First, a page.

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Endocr Connect. 2013 Dec 19;3(1):1-10. doi: 10.1530/EC-13-0070. Print 2014.

Predictors of intact and C-terminal fibroblast growth factor 23 in Gambian children.

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1
Medical Research Council (MRC) Human Nutrition ResearchElsie Widdowson Laboratories, Fulbourn Road, Cambridge CB1 9NL, UK MRC KenebaKeneba, West Kiang, The Gambia.

Abstract

Elevated C-terminal fibroblast growth factor 23 (C-FGF23) concentrations have been reported in Gambian children with and without putative Ca-deficiency rickets. The aims of this study were to investigate whether i) elevated C-FGF23 concentrations in Gambian children persist long term; ii) they are associated with higher intact FGF23 concentrations (I-FGF23), poor iron status and shorter 25-hydroxyvitamin D half-life (25OHD-t1/2); and iii) the persistence and predictors of elevated FGF23 concentrations differ between children with and without a history of rickets. Children (8-16 years, n=64) with a history of rickets and a C-FGF23 concentration >125 RU/ml (bone deformity (BD), n=20) and local community children with a previously measured elevated C-FGF23 concentration (LC+, n=20) or a previously measured C-FGF23 concentration within the normal range (LC-, n=24) participated. BD children had no remaining signs of bone deformities. C-FGF23 concentration had normalised in BD children, but remained elevated in LC+ children. All the children had I-FGF23 concentration within the normal range, but I-FGF23 concentration was higher and iron status poorer in LC+ children. 1,25-dihydroxyvitamin D was the strongest negative predictor of I-FGF23 concentration (R(2)=18%; P=0.0006) and soluble transferrin receptor was the strongest positive predictor of C-FGF23 concentration (R(2)=33%; P≤0.0001). C-FGF23 and I-FGF23 concentrations were poorly correlated with each other (R(2)=5.3%; P=0.07). 25OHD-t1/2 was shorter in BD children than in LC- children (mean (s.d.): 24.5 (6.1) and 31.5 (11.5) days respectively; P=0.05). This study demonstrated that elevated C-FGF23 concentrations normalised over time in Gambian children with a history of rickets but not in local children, suggesting a different aetiology; that children with resolved rickets had a shorter 25OHD-t1/2, suggesting a long-standing increased expenditure of 25OHD, and that iron deficiency is a predictor of elevated C-FGF23 concentrations in both groups of Gambian children.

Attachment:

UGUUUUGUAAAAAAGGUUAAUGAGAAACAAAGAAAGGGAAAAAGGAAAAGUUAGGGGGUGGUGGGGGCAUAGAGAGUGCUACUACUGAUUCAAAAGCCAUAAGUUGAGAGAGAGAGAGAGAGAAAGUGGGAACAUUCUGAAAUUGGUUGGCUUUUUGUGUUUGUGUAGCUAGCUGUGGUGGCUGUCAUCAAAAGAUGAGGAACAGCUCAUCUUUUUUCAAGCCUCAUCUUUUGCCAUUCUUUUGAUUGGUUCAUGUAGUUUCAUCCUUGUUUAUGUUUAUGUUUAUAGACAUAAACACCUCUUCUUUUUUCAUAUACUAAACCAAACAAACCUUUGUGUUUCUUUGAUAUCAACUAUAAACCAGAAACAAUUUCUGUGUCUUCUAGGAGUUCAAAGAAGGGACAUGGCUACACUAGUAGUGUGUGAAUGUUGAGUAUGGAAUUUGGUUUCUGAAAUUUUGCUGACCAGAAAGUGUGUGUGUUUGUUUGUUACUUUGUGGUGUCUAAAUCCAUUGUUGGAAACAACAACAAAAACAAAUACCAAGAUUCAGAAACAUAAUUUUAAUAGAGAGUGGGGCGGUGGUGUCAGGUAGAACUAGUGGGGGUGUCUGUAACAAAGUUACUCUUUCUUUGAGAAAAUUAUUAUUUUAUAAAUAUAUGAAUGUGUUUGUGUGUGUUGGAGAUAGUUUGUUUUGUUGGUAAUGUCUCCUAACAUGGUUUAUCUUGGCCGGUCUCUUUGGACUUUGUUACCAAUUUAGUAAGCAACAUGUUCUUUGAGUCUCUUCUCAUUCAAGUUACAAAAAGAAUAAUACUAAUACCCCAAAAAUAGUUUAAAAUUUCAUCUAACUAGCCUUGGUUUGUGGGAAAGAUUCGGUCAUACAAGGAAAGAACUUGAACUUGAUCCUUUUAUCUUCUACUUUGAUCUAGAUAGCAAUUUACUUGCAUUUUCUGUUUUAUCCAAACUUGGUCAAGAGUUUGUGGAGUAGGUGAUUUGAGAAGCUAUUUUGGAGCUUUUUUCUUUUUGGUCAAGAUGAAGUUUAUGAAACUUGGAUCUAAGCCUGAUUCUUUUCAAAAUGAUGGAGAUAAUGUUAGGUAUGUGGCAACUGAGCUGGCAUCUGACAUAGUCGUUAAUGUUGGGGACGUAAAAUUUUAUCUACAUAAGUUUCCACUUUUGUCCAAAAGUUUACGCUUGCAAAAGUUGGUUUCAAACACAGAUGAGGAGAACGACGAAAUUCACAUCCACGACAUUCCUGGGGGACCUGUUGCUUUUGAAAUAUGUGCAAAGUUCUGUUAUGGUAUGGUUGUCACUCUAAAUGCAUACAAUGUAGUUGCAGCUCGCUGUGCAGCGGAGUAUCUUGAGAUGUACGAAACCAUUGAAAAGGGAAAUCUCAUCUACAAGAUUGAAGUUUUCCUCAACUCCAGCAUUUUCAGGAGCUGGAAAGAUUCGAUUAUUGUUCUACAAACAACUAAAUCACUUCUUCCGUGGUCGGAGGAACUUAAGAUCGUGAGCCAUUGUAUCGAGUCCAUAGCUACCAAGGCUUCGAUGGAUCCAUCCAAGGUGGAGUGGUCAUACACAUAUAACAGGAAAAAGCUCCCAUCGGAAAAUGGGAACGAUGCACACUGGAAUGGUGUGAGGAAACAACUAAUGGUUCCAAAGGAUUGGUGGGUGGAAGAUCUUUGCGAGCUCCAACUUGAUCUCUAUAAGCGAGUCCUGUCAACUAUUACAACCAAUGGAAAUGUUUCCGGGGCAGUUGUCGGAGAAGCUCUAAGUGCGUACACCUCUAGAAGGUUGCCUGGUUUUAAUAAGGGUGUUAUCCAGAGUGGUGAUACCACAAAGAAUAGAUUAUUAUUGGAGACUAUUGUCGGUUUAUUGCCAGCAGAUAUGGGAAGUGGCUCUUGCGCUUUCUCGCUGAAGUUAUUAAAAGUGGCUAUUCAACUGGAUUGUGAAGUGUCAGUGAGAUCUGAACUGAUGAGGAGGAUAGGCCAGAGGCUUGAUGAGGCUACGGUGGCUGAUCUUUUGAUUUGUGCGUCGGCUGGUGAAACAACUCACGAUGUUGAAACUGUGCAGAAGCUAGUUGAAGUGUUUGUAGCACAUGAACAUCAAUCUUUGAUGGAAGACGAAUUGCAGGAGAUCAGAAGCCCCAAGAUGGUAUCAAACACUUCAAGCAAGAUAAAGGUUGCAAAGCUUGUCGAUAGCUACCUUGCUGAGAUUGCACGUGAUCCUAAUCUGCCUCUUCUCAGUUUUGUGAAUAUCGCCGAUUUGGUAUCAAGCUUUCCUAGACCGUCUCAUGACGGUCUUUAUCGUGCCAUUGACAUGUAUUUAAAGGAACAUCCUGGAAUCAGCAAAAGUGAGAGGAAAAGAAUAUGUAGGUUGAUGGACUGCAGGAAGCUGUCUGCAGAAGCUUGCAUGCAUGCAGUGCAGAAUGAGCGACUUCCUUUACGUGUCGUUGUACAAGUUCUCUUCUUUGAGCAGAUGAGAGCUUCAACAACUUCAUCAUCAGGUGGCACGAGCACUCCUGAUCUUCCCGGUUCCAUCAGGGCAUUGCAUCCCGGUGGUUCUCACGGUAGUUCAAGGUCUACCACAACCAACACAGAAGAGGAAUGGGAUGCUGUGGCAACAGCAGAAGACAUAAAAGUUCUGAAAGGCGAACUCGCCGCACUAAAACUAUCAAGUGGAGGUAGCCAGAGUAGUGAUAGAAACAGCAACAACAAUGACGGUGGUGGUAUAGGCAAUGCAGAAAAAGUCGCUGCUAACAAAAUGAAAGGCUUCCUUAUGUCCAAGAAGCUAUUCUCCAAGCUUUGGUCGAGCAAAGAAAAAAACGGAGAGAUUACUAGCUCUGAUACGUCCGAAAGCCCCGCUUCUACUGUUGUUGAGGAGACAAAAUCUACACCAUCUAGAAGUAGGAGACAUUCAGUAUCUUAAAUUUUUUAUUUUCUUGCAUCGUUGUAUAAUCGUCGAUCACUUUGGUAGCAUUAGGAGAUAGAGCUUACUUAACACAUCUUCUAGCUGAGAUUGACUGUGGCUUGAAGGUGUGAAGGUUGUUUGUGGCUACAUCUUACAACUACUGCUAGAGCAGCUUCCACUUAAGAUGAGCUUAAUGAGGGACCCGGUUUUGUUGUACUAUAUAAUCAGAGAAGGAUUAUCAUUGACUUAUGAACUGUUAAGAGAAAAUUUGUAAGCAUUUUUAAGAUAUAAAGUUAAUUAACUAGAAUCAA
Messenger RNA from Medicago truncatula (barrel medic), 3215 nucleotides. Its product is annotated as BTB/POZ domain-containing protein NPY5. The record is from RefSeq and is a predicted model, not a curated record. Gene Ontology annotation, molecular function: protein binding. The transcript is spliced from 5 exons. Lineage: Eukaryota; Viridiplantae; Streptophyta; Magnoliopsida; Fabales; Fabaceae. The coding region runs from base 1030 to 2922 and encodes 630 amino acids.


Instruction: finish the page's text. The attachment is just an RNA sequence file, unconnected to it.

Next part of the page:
KEYWORDS:

FGF23; children; iron status; rickets; vitamin D half-life

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